There may be realistic ways to create wormholes in space!
[July 24, 2021: Darren Stephenson]
A wormhole is a tunnel through spacetime that connects different parts of the cosmos (illustrated). Scientists report that a black hole circling a wormhole would emit a telltale pattern of gravitational waves. CREDIT: ESTT/ISTOCK/GETTY IMAGES PLUS
Nobody knew that the existence of a black hole could prove to be real someday. Wormholes, just like black holes, are a mathematical outcome of Einstein’s general theory of relativity. Although we have seen wormholes only in Sci-Fi movies, researchers suggest the possibility of their real formation as well.
WHAT ARE WORMHOLES?
Imagine space as a vast sheet of paper. You live at one end and you want to travel to the other end. Ordinarily you'd have to trudge across the entire length of the page to get there. But what if you folded the paper in half instead? Suddenly, where you are and where you want to be are right next to each other. You simply have to jump that tiny gap. We call these objects wormholes because it is like a worm trying to navigate its way around an apple. To get from the top to the bottom it has two choices: Crawl around the outside, or chew a shortcut through the middle.
Albert Einstein and Nathan Rosen hypothesized that these strange traverse tunnels could come into existence through black holes. This could create a link between two ends in spacetime. Imagine having entered your bathtub pipe, you exit at a similar bathtub.
Until recently our chances of finding these objects — if they even exist — were slim at best. But that changed in February 2016 when the scientists behind the LIGO (Laser Interferometer Gravitational-Wave Observatory) experiment announced the first-ever detection of gravitational waves. These are tiny ripples in the fabric of space-time, predicted by general relativity, which spread out through the universe much like ripples on a pond. "It was a game-changer," says Vitor Cardoso, a physicist at the University of Lisbon in Portugal.
Two black holes — each about 30 times more massive than the sun — had rammed into each other 1.3 billion years ago. Their violent crash sent a tsunami of gravitational waves roaring out through space-time, eventually reaching the LIGO instrument in September 2015.
Computer simulation of a black hole collision. (Image credit: SXS, the Simulating eXtreme Spacetimes (SXS) project (http://www.black-holes.org))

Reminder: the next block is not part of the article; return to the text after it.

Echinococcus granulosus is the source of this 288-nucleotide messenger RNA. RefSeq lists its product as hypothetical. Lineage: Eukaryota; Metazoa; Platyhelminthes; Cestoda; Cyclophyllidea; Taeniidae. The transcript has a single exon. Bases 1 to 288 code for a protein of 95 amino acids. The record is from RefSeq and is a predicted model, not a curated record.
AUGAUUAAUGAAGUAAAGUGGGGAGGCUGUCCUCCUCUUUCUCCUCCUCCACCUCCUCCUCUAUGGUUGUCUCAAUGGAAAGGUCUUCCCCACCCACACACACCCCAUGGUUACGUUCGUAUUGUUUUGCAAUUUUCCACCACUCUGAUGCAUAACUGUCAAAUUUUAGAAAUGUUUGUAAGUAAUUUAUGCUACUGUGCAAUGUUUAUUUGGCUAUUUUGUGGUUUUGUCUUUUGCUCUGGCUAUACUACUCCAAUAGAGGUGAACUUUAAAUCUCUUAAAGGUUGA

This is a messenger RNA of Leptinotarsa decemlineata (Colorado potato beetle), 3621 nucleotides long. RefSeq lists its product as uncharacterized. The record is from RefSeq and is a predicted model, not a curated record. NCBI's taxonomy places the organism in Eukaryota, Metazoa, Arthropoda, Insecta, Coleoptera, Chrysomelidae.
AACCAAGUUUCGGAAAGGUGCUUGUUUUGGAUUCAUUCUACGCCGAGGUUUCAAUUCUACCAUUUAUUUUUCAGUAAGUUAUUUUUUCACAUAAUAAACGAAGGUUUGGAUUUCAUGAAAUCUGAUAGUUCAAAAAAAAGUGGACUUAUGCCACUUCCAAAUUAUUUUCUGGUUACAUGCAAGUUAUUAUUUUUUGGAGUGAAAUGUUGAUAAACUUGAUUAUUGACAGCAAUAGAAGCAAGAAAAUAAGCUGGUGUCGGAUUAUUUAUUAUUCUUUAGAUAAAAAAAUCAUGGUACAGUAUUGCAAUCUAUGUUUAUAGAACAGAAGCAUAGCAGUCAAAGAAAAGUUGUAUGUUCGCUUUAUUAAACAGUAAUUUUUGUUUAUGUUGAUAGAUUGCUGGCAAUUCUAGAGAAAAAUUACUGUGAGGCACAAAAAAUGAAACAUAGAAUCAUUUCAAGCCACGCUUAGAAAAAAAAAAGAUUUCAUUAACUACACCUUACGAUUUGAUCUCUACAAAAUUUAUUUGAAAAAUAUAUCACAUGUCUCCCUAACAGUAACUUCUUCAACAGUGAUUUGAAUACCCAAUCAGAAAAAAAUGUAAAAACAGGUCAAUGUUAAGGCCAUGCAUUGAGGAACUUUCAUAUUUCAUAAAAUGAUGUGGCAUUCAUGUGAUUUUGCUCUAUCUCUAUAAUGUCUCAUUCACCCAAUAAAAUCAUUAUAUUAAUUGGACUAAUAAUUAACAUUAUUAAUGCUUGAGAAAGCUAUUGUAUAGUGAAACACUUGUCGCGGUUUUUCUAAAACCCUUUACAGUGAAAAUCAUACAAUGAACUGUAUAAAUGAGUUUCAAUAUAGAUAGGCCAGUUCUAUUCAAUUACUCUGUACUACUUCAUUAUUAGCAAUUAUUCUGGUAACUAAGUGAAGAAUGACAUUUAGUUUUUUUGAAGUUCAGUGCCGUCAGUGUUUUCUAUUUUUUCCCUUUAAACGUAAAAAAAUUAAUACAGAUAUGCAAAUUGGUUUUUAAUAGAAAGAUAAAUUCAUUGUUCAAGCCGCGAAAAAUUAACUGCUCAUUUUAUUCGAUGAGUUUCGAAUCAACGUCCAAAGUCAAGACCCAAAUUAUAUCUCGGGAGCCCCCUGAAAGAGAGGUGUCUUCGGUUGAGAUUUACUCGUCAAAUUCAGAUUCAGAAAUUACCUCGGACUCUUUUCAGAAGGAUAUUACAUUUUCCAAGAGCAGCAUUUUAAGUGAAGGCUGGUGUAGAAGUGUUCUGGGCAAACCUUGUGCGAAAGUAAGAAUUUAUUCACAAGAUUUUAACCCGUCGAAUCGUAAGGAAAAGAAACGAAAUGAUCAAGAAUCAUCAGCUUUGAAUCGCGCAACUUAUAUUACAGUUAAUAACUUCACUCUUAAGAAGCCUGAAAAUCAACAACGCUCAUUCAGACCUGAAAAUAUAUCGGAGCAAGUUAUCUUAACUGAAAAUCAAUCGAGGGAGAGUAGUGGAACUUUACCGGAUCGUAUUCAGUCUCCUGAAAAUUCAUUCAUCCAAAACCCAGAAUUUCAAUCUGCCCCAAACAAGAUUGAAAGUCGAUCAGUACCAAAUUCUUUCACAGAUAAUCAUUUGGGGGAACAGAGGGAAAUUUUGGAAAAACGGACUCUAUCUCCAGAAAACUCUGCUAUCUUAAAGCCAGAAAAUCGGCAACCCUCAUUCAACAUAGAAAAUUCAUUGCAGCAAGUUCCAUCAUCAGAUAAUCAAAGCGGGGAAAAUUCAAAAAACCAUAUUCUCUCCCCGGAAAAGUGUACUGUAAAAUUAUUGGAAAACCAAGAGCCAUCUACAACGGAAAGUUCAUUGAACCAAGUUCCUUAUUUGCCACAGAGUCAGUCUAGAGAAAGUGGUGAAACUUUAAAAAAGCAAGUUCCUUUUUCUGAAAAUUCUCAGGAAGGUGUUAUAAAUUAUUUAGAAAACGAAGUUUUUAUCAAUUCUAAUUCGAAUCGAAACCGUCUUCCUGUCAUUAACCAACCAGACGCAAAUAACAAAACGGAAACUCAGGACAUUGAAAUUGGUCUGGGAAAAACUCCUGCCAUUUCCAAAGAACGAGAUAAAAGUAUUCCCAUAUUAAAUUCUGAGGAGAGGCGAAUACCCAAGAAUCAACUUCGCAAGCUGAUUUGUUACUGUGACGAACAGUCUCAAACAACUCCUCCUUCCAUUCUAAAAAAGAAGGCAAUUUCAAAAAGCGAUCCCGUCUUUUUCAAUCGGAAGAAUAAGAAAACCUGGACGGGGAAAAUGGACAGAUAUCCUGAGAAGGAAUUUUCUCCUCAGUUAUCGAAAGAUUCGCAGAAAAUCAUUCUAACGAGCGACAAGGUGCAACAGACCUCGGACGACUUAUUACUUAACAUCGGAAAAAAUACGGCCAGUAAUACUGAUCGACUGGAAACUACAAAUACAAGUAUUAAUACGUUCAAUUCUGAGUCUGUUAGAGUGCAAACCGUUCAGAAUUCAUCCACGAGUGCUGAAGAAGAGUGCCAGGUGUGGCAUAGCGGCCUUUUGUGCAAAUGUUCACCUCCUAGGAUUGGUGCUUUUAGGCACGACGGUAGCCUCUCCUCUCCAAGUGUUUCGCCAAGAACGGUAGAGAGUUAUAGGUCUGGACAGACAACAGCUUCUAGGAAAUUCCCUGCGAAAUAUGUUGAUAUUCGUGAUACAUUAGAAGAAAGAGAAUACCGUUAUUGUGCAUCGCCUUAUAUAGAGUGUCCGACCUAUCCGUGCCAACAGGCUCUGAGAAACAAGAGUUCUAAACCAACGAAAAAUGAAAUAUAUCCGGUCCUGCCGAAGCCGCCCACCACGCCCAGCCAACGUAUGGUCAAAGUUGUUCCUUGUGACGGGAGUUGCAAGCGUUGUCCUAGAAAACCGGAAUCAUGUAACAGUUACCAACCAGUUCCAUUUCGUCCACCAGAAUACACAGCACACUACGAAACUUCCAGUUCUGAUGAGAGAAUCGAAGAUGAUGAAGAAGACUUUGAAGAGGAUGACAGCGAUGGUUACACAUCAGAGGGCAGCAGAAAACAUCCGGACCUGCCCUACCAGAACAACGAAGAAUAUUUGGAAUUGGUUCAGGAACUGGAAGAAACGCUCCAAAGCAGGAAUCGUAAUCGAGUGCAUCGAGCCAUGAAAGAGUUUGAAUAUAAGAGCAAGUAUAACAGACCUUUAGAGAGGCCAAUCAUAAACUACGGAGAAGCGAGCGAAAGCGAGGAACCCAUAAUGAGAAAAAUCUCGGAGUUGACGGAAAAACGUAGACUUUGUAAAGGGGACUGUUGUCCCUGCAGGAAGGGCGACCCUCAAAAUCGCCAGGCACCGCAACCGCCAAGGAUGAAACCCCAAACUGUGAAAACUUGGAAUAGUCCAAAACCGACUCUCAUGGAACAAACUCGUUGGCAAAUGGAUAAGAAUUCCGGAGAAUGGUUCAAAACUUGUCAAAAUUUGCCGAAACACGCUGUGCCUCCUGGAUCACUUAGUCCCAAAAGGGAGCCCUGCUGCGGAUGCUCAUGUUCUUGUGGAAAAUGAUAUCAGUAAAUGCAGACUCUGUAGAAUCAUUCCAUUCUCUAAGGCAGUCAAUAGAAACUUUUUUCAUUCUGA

Cardoso's research suggests that two colliding wormholes would produce a similar burst of gravitational waves. Excitingly, however, he says the resulting waves would be slightly different, allowing us to distinguish between black holes and wormholes.
Two factors constantly hold up its emergence – its stability and minuteness. According to general relativity, any matter passing through a wormhole might shut the tunnel due to its gravitational force. An additional force is required to prevent its shutting, named as ‘exotic’ matter.
Could we travel through a wormhole?
As far as its minuteness is concerned, there exists no such formula which would allow the traveling through wormholes on the macroscopic level. The creation of such a tunnel demands an extraordinary yet attainable kind of matter.
Both, the generation process and the exotic matter of the wormhole are to be near possibility. Towards the end of 2017, Ping Gao and Daniel Jafferis of Harvard University, and Aron Wall of the Institute for Advanced Study, made an advancement regarding its long-lasting stability.
According to them, the application of quantum entanglement would be helpful. It creates a link between quantum states of objects irrespective of the distance. Entanglement is easier to create while its distinctive ability generates a stable exotic element.
Yet the discovery has its limitations. Nabil Iqbal and Simon Ross of Durham University proved theoretically that certain disruptions in the magnetic field of a black hole can lead to a stable wormhole. While their size exceeding microscopic level is still questionable.
Juan Maldacena and Alexey Milekhin pointed out that there must be a specific way of acting for the dark matter, for the creation of bigger wormholes. But such circumstances would be hard to survive in.
The progress regarding wormhole is getting expanded day by day. Yet there is a tiny chance of a real wormhole suitable for a human to fit in. “For a very long time, we didn’t think these things were possible to build. It turns out that we can,” says Grado-White.
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